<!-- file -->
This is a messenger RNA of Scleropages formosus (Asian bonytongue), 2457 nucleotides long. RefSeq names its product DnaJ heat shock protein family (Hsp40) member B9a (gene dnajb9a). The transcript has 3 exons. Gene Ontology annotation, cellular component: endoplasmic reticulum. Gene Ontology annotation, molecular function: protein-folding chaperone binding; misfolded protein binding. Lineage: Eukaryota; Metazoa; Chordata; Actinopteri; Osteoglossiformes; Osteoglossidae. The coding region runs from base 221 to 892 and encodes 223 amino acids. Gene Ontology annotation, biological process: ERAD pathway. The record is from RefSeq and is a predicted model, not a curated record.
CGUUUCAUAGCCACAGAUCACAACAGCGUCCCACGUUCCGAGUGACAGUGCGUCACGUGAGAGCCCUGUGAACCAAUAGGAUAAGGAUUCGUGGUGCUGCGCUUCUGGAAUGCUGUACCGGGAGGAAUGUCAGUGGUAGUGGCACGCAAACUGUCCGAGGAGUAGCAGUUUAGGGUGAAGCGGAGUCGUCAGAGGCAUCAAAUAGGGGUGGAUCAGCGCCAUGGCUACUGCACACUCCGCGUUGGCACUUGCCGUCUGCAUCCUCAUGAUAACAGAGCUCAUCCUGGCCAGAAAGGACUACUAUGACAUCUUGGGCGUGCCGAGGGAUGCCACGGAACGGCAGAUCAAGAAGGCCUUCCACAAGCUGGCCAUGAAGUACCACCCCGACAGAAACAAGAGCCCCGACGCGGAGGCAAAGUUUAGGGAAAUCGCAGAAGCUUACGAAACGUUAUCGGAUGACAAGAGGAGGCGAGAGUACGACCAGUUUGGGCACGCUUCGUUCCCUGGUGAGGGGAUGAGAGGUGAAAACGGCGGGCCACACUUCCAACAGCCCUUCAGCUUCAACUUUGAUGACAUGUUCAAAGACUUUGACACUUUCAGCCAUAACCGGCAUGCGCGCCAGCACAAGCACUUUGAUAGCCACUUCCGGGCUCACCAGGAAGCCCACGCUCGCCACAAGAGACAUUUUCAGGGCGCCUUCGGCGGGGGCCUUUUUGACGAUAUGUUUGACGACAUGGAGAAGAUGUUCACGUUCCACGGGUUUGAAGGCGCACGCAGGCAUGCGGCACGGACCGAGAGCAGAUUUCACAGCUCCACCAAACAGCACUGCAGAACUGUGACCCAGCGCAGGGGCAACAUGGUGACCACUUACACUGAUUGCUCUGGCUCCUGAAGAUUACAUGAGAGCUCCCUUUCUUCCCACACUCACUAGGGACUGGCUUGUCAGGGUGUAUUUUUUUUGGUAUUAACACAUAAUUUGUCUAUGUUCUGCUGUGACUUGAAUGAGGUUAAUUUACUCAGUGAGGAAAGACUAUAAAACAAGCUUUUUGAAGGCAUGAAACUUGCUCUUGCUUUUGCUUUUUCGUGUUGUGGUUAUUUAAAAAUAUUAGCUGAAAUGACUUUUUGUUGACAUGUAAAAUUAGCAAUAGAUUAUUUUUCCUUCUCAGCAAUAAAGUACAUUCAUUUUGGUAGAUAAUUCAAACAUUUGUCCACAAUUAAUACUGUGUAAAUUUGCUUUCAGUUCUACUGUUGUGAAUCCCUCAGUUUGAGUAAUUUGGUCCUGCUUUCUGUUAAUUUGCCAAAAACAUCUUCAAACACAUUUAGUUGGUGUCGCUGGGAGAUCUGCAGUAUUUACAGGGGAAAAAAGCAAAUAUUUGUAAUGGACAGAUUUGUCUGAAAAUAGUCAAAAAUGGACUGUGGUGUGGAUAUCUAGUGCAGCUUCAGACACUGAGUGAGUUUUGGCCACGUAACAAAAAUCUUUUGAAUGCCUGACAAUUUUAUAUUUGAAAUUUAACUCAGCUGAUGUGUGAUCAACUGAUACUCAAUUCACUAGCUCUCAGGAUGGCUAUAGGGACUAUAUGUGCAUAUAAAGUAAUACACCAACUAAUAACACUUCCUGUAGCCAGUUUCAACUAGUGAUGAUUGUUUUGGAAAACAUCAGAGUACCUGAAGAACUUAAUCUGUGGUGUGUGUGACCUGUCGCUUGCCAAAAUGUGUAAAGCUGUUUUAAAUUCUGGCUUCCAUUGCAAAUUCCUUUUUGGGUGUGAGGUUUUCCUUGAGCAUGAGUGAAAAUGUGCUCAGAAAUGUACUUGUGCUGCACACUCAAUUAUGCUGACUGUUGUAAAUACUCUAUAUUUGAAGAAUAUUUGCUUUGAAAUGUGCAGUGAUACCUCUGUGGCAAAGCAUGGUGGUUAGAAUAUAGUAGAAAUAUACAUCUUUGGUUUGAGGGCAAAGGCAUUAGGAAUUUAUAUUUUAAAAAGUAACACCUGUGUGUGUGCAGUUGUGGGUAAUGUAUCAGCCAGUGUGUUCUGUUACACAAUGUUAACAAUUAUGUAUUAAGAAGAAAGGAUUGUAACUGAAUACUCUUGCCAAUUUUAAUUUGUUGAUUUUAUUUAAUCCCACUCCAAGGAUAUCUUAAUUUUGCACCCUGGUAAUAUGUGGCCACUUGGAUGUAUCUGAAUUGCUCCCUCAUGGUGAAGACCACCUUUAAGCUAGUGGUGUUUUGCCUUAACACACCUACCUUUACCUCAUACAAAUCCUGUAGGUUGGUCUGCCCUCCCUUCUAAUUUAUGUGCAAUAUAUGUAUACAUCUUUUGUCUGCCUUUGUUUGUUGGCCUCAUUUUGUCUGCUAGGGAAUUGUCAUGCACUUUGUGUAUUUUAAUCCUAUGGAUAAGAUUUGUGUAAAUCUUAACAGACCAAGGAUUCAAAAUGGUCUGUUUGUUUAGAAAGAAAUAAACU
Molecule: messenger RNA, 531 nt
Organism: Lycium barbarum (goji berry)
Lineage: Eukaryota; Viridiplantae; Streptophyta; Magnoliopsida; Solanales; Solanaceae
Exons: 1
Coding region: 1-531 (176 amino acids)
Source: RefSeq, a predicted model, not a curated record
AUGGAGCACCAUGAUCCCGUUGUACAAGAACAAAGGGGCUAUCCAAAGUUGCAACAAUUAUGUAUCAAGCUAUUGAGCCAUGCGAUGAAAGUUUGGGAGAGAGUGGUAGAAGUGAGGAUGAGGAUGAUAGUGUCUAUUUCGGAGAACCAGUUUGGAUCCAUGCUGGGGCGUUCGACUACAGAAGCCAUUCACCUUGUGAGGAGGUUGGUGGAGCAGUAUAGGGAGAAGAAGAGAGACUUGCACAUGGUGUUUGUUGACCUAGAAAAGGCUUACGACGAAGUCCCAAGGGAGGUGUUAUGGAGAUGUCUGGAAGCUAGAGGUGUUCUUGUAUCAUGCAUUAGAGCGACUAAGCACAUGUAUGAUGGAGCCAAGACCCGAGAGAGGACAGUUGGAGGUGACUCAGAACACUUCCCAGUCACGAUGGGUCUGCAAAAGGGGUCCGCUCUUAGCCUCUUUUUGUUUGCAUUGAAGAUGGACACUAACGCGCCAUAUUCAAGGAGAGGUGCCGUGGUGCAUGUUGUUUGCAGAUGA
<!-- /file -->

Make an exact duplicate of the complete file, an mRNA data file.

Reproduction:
This is a messenger RNA of Scleropages formosus (Asian bonytongue), 2457 nucleotides long. RefSeq names its product DnaJ heat shock protein family (Hsp40) member B9a (gene dnajb9a). The transcript has 3 exons. Gene Ontology annotation, cellular component: endoplasmic reticulum. Gene Ontology annotation, molecular function: protein-folding chaperone binding; misfolded protein binding. Lineage: Eukaryota; Metazoa; Chordata; Actinopteri; Osteoglossiformes; Osteoglossidae. The coding region runs from base 221 to 892 and encodes 223 amino acids. Gene Ontology annotation, biological process: ERAD pathway. The record is from RefSeq and is a predicted model, not a curated record.
CGUUUCAUAGCCACAGAUCACAACAGCGUCCCACGUUCCGAGUGACAGUGCGUCACGUGAGAGCCCUGUGAACCAAUAGGAUAAGGAUUCGUGGUGCUGCGCUUCUGGAAUGCUGUACCGGGAGGAAUGUCAGUGGUAGUGGCACGCAAACUGUCCGAGGAGUAGCAGUUUAGGGUGAAGCGGAGUCGUCAGAGGCAUCAAAUAGGGGUGGAUCAGCGCCAUGGCUACUGCACACUCCGCGUUGGCACUUGCCGUCUGCAUCCUCAUGAUAACAGAGCUCAUCCUGGCCAGAAAGGACUACUAUGACAUCUUGGGCGUGCCGAGGGAUGCCACGGAACGGCAGAUCAAGAAGGCCUUCCACAAGCUGGCCAUGAAGUACCACCCCGACAGAAACAAGAGCCCCGACGCGGAGGCAAAGUUUAGGGAAAUCGCAGAAGCUUACGAAACGUUAUCGGAUGACAAGAGGAGGCGAGAGUACGACCAGUUUGGGCACGCUUCGUUCCCUGGUGAGGGGAUGAGAGGUGAAAACGGCGGGCCACACUUCCAACAGCCCUUCAGCUUCAACUUUGAUGACAUGUUCAAAGACUUUGACACUUUCAGCCAUAACCGGCAUGCGCGCCAGCACAAGCACUUUGAUAGCCACUUCCGGGCUCACCAGGAAGCCCACGCUCGCCACAAGAGACAUUUUCAGGGCGCCUUCGGCGGGGGCCUUUUUGACGAUAUGUUUGACGACAUGGAGAAGAUGUUCACGUUCCACGGGUUUGAAGGCGCACGCAGGCAUGCGGCACGGACCGAGAGCAGAUUUCACAGCUCCACCAAACAGCACUGCAGAACUGUGACCCAGCGCAGGGGCAACAUGGUGACCACUUACACUGAUUGCUCUGGCUCCUGAAGAUUACAUGAGAGCUCCCUUUCUUCCCACACUCACUAGGGACUGGCUUGUCAGGGUGUAUUUUUUUUGGUAUUAACACAUAAUUUGUCUAUGUUCUGCUGUGACUUGAAUGAGGUUAAUUUACUCAGUGAGGAAAGACUAUAAAACAAGCUUUUUGAAGGCAUGAAACUUGCUCUUGCUUUUGCUUUUUCGUGUUGUGGUUAUUUAAAAAUAUUAGCUGAAAUGACUUUUUGUUGACAUGUAAAAUUAGCAAUAGAUUAUUUUUCCUUCUCAGCAAUAAAGUACAUUCAUUUUGGUAGAUAAUUCAAACAUUUGUCCACAAUUAAUACUGUGUAAAUUUGCUUUCAGUUCUACUGUUGUGAAUCCCUCAGUUUGAGUAAUUUGGUCCUGCUUUCUGUUAAUUUGCCAAAAACAUCUUCAAACACAUUUAGUUGGUGUCGCUGGGAGAUCUGCAGUAUUUACAGGGGAAAAAAGCAAAUAUUUGUAAUGGACAGAUUUGUCUGAAAAUAGUCAAAAAUGGACUGUGGUGUGGAUAUCUAGUGCAGCUUCAGACACUGAGUGAGUUUUGGCCACGUAACAAAAAUCUUUUGAAUGCCUGACAAUUUUAUAUUUGAAAUUUAACUCAGCUGAUGUGUGAUCAACUGAUACUCAAUUCACUAGCUCUCAGGAUGGCUAUAGGGACUAUAUGUGCAUAUAAAGUAAUACACCAACUAAUAACACUUCCUGUAGCCAGUUUCAACUAGUGAUGAUUGUUUUGGAAAACAUCAGAGUACCUGAAGAACUUAAUCUGUGGUGUGUGUGACCUGUCGCUUGCCAAAAUGUGUAAAGCUGUUUUAAAUUCUGGCUUCCAUUGCAAAUUCCUUUUUGGGUGUGAGGUUUUCCUUGAGCAUGAGUGAAAAUGUGCUCAGAAAUGUACUUGUGCUGCACACUCAAUUAUGCUGACUGUUGUAAAUACUCUAUAUUUGAAGAAUAUUUGCUUUGAAAUGUGCAGUGAUACCUCUGUGGCAAAGCAUGGUGGUUAGAAUAUAGUAGAAAUAUACAUCUUUGGUUUGAGGGCAAAGGCAUUAGGAAUUUAUAUUUUAAAAAGUAACACCUGUGUGUGUGCAGUUGUGGGUAAUGUAUCAGCCAGUGUGUUCUGUUACACAAUGUUAACAAUUAUGUAUUAAGAAGAAAGGAUUGUAACUGAAUACUCUUGCCAAUUUUAAUUUGUUGAUUUUAUUUAAUCCCACUCCAAGGAUAUCUUAAUUUUGCACCCUGGUAAUAUGUGGCCACUUGGAUGUAUCUGAAUUGCUCCCUCAUGGUGAAGACCACCUUUAAGCUAGUGGUGUUUUGCCUUAACACACCUACCUUUACCUCAUACAAAUCCUGUAGGUUGGUCUGCCCUCCCUUCUAAUUUAUGUGCAAUAUAUGUAUACAUCUUUUGUCUGCCUUUGUUUGUUGGCCUCAUUUUGUCUGCUAGGGAAUUGUCAUGCACUUUGUGUAUUUUAAUCCUAUGGAUAAGAUUUGUGUAAAUCUUAACAGACCAAGGAUUCAAAAUGGUCUGUUUGUUUAGAAAGAAAUAAACU
Molecule: messenger RNA, 531 nt
Organism: Lycium barbarum (goji berry)
Lineage: Eukaryota; Viridiplantae; Streptophyta; Magnoliopsida; Solanales; Solanaceae
Exons: 1
Coding region: 1-531 (176 amino acids)
Source: RefSeq, a predicted model, not a curated record
AUGGAGCACCAUGAUCCCGUUGUACAAGAACAAAGGGGCUAUCCAAAGUUGCAACAAUUAUGUAUCAAGCUAUUGAGCCAUGCGAUGAAAGUUUGGGAGAGAGUGGUAGAAGUGAGGAUGAGGAUGAUAGUGUCUAUUUCGGAGAACCAGUUUGGAUCCAUGCUGGGGCGUUCGACUACAGAAGCCAUUCACCUUGUGAGGAGGUUGGUGGAGCAGUAUAGGGAGAAGAAGAGAGACUUGCACAUGGUGUUUGUUGACCUAGAAAAGGCUUACGACGAAGUCCCAAGGGAGGUGUUAUGGAGAUGUCUGGAAGCUAGAGGUGUUCUUGUAUCAUGCAUUAGAGCGACUAAGCACAUGUAUGAUGGAGCCAAGACCCGAGAGAGGACAGUUGGAGGUGACUCAGAACACUUCCCAGUCACGAUGGGUCUGCAAAAGGGGUCCGCUCUUAGCCUCUUUUUGUUUGCAUUGAAGAUGGACACUAACGCGCCAUAUUCAAGGAGAGGUGCCGUGGUGCAUGUUGUUUGCAGAUGA